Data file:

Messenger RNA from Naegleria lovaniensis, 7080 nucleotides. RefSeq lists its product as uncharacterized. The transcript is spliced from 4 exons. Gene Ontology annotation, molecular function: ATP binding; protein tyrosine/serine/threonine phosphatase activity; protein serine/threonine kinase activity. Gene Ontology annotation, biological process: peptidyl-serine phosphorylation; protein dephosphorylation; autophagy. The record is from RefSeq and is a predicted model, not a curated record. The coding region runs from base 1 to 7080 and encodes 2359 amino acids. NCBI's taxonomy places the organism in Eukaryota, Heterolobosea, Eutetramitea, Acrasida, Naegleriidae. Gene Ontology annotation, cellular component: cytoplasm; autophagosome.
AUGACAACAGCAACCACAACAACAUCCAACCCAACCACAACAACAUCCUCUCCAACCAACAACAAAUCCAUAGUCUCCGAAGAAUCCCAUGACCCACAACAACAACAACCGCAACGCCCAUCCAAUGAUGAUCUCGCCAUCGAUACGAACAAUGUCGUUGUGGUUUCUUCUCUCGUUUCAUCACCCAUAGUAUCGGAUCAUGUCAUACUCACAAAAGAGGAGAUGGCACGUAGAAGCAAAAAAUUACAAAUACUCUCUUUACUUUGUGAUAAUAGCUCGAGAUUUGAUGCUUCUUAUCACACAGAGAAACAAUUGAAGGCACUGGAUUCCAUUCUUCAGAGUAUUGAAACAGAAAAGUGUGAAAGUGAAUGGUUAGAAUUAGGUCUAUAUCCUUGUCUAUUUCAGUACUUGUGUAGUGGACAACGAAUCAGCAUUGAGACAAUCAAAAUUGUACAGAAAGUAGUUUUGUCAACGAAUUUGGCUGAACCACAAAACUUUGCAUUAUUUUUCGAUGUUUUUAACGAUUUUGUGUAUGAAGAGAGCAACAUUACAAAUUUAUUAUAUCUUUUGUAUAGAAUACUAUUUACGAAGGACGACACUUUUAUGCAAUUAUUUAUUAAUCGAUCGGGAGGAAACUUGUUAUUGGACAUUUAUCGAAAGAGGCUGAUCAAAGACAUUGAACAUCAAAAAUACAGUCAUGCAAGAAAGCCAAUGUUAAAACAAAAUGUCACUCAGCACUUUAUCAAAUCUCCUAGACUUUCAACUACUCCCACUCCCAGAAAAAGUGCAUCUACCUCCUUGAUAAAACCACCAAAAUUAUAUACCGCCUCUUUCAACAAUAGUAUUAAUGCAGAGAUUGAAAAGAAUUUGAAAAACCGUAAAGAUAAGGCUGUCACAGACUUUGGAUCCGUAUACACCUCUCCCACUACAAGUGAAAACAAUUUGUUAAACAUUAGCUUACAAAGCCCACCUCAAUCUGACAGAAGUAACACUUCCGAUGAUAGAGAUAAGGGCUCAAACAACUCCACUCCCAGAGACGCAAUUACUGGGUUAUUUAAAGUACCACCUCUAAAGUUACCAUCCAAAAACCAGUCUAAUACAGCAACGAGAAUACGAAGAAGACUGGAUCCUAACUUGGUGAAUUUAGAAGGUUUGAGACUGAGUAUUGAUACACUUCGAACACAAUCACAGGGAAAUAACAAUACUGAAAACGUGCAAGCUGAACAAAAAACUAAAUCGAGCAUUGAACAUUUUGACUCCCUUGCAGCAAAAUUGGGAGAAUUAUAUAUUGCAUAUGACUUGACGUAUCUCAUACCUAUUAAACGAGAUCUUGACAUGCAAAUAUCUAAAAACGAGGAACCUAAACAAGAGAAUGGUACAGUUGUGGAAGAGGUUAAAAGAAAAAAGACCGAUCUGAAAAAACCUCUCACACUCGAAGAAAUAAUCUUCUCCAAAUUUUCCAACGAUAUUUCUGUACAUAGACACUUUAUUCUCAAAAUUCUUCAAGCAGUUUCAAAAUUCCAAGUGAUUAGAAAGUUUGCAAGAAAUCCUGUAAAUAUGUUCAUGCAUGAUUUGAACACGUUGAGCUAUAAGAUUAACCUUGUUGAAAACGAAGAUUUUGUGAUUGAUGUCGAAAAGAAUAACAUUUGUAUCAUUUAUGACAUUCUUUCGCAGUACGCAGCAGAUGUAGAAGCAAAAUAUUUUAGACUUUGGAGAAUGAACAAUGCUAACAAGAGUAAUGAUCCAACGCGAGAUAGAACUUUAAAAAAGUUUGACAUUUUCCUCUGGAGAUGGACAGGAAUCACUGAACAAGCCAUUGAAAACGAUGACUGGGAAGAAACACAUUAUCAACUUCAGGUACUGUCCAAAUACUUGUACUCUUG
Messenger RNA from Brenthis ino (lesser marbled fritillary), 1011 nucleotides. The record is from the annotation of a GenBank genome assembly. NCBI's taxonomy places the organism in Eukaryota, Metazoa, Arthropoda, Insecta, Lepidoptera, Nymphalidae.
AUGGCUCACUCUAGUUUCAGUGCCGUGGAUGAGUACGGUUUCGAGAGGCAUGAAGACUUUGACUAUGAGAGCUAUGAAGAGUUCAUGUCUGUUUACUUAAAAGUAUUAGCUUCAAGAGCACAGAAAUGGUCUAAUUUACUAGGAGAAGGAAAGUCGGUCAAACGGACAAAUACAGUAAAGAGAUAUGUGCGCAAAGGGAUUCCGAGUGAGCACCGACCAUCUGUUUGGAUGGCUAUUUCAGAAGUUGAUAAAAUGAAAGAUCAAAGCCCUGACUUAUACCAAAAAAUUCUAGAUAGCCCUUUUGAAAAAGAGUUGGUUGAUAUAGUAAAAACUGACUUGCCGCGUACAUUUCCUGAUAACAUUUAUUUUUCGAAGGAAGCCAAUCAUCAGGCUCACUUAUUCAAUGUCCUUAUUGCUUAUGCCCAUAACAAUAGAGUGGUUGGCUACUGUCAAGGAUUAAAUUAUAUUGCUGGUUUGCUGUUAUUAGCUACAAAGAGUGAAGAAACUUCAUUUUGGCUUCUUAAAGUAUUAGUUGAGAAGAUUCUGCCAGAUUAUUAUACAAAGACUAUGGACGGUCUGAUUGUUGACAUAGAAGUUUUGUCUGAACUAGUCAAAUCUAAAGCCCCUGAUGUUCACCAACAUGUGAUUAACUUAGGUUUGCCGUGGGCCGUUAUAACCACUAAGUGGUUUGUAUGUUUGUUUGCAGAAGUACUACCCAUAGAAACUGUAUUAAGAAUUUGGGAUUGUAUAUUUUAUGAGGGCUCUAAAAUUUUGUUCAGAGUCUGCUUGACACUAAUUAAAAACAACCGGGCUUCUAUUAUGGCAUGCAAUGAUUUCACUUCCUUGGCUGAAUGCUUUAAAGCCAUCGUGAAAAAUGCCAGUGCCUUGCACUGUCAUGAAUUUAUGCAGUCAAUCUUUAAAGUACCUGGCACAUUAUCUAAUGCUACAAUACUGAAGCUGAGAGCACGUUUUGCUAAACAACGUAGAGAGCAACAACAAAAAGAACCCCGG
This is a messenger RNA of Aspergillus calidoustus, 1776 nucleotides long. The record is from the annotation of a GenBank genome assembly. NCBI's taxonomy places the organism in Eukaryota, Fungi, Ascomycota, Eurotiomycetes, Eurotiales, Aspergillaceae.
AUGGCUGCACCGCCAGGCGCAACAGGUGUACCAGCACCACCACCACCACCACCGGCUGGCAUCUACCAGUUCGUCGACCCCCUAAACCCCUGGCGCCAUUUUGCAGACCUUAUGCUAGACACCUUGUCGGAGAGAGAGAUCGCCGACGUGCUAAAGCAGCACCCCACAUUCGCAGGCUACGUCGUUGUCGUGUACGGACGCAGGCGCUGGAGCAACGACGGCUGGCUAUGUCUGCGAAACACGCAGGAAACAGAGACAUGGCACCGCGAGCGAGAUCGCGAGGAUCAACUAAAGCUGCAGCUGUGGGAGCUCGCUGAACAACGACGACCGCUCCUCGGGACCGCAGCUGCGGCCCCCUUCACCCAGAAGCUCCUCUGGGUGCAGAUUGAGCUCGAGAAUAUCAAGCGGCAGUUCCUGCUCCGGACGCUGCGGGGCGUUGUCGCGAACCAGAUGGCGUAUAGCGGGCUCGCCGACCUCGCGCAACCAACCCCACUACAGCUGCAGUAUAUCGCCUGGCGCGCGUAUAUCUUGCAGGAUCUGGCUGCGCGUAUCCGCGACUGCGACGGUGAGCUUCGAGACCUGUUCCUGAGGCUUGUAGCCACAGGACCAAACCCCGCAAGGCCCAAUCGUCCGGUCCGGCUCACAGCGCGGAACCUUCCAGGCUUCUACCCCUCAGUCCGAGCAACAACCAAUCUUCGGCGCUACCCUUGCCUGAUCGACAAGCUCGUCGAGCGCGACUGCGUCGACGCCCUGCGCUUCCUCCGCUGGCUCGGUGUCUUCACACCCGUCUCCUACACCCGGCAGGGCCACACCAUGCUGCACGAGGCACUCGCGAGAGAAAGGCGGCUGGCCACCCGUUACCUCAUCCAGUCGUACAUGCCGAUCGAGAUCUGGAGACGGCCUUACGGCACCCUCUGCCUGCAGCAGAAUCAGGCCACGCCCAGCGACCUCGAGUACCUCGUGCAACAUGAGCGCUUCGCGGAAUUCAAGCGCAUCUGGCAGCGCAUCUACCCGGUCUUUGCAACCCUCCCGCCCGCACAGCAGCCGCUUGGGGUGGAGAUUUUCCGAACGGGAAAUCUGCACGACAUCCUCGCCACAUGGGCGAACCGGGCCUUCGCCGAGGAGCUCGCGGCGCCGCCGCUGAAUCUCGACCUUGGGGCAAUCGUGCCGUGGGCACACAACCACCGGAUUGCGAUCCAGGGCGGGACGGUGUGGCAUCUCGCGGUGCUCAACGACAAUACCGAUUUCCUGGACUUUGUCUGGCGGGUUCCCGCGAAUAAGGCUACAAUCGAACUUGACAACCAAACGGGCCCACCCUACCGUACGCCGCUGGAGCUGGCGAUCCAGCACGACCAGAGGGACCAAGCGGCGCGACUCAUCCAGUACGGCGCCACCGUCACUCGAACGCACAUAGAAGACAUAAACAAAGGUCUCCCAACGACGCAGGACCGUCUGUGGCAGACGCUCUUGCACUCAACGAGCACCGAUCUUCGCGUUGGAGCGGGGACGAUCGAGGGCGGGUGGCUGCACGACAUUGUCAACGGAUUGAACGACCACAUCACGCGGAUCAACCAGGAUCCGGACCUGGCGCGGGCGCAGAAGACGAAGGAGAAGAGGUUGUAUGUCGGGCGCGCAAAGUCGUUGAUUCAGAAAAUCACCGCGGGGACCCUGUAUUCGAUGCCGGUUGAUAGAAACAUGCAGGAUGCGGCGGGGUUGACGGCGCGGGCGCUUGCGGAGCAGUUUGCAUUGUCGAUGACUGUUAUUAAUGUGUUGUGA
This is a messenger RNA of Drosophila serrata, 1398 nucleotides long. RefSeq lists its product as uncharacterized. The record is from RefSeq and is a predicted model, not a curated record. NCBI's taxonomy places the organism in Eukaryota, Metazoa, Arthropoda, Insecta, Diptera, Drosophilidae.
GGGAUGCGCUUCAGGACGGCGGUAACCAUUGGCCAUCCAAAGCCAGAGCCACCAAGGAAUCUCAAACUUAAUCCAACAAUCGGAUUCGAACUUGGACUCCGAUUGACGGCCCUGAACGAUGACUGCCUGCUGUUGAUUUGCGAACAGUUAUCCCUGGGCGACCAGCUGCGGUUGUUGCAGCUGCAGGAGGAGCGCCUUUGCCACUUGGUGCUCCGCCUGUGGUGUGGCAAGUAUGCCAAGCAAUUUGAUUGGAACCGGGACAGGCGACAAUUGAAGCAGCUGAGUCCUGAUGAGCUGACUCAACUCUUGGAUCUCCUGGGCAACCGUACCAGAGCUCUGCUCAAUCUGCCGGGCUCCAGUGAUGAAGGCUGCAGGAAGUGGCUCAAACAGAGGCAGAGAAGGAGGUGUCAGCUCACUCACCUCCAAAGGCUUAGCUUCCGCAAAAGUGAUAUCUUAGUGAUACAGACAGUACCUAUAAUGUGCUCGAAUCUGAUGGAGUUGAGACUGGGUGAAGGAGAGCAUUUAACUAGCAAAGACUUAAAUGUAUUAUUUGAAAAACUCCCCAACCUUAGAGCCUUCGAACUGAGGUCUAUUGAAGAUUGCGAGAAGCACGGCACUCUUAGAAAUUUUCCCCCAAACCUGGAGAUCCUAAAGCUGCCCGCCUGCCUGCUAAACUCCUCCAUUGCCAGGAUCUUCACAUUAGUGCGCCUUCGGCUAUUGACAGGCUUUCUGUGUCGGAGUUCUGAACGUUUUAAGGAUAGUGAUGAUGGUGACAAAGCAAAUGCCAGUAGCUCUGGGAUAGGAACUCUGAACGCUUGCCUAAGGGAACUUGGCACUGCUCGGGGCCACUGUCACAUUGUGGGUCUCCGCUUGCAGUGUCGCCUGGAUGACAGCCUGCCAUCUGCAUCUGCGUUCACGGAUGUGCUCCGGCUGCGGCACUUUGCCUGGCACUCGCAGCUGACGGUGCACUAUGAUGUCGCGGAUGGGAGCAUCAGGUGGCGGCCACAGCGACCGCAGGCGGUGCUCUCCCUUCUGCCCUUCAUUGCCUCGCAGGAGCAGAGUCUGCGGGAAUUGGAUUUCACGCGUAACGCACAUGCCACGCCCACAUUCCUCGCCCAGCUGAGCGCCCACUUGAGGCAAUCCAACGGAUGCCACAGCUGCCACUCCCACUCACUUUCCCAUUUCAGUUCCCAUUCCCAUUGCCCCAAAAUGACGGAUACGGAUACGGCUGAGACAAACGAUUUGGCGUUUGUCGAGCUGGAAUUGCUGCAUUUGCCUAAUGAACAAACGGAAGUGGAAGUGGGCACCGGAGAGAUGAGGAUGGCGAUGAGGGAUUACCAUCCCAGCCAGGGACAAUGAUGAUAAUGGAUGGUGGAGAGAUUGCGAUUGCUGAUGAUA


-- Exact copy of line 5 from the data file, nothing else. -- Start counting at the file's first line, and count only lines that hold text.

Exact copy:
This is a messenger RNA of Aspergillus calidoustus, 1776 nucleotides long. The record is from the annotation of a GenBank genome assembly. NCBI's taxonomy places the organism in Eukaryota, Fungi, Ascomycota, Eurotiomycetes, Eurotiales, Aspergillaceae.